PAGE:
Last month’s arrival of the Goliat floating production unit in Norwegian waters on the back of a Dockwise heavy lift ship is a milestone for a project that is running around two years behind schedule and massively over budget … at least 50%.
It had been expected onstream late 2013, then this slipped into 2014 and now it is supposed to be later this year, fully 15 years since the oilfield was discovered in 2000.
Goliat is located on production licence 229, which was awarded in the Barents Sea Round in 1997. The licensing round was initiated by the authorities in order to promote interest in the Barents Sea as an oil & gas region.
The discovery was made with the first exploration well in 2000, drilled about 85km (53 miles) north-west of Hammerfest in north-west Norway.
The field has two main formations . . . Kobbe and Realgrunnen, plus two smaller structures, Snadd and Klappmyss.
The Realgrunnen group lies at some 1,000m depth, while the Kobbe sits at around 1,800m depth.
The pressure in the reservoirs is low – 123 bar for the Realgrunnen and 192 bar for the Kobbe. Eni considers this to be an advantage in terms of well control, but presents challenges in connection with production.
According to operator Eni’s Goliat website, a total of five wells have been drilled.
Recoverable reserves are estimated at 174million barrels, plus moderate quantities of gas which will be variously re-injected into the Kobbe formation to increase oil recovery, and/or will be transported to the processing plant at Melkoya, where gas processing plant originally built to accommodate the Snohvit gasfield are located.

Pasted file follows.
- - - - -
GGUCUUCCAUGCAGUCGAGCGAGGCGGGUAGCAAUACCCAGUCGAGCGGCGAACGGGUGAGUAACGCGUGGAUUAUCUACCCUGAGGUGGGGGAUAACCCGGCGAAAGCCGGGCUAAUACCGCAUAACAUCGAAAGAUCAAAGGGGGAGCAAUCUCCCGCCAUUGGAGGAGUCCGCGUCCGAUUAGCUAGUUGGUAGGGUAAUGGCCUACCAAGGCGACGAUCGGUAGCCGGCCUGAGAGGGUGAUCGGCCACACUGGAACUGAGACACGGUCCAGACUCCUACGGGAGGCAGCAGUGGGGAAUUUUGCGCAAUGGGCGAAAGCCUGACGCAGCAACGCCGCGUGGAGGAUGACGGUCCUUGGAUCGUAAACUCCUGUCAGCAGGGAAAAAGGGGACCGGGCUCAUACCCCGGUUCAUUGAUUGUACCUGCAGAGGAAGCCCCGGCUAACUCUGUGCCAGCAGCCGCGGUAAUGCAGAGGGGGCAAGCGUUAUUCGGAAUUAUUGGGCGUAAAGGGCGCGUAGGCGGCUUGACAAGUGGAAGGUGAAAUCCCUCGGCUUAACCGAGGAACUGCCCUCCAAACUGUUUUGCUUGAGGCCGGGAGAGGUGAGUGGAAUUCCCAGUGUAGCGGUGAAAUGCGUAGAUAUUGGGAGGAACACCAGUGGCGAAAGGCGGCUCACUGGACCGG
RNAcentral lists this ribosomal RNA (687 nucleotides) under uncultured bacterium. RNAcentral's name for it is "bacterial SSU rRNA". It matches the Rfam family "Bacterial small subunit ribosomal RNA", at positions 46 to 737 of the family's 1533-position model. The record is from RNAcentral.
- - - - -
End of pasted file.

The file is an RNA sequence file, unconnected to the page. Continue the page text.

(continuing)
Goliat, the first oil development in the Norwegian Arctic, is expected to be in production for at least 15 years though this may be extended should new discoveries be made in the vicinity.
It took eight or so years work including further appraisal before Goliat was considered a viable proposition by Eni (65%) and Statoil (35%); with submission of the development plan to the Norwegian authorities made in 2009.
The partners selected a variant of the then fashionable Sevan FPSO 1000 for a number of reasons, not least the ability of the design to cope with metocean conditions from any quarter without the need to weathervane, thus eliminating the need for a turret assembly, which would have been required for a conventional monohull.
The selected FPSO concept consists of a circular facility containing a processing plant, oil storage capacity and accommodation facilities. Produced water will be re-injected into the reservoir. Produced oil will be stored aboard the platform prior to onward transport by shuttle tankers to the market.
The reservoir drainage system includes water and gas injection employing a total of eight well templates with 22 wells.
Twelve of these will be producers, while seven will be used for water injection and three for gas injection.
Including wellheads, it was Aker solutions that won the contract to deliver a subsea production system for the project. The workscope covered engineering, procurement and construction of a complete subsea production system. Subsea hardware deliveries included eight overtrawlable four-slot subsea templates with manifolds, 24 subsea trees, subsea control systems, 20km of steel tube umbilicals, work-over equipment and a tie-in and connection system.
It was Technip that secured the engineering, procurement, construction and installation project award for the provision and installation of infield pipeline systems (flexible risers, clad production flowlines and water and gas injection flowlines) and installation of the subsea production system.
But, in 2010, it was Hyundai Heavy Industries that bagged the production unit deal worth $1.1billion at the time. The FPSO would have plated capacities comprising: 100,000 barrels of oil and 3.9million cu.ft per day production output and 1million barrels of storage.
It seems that difficulties with the FPSO’s build lie behind most of the delay.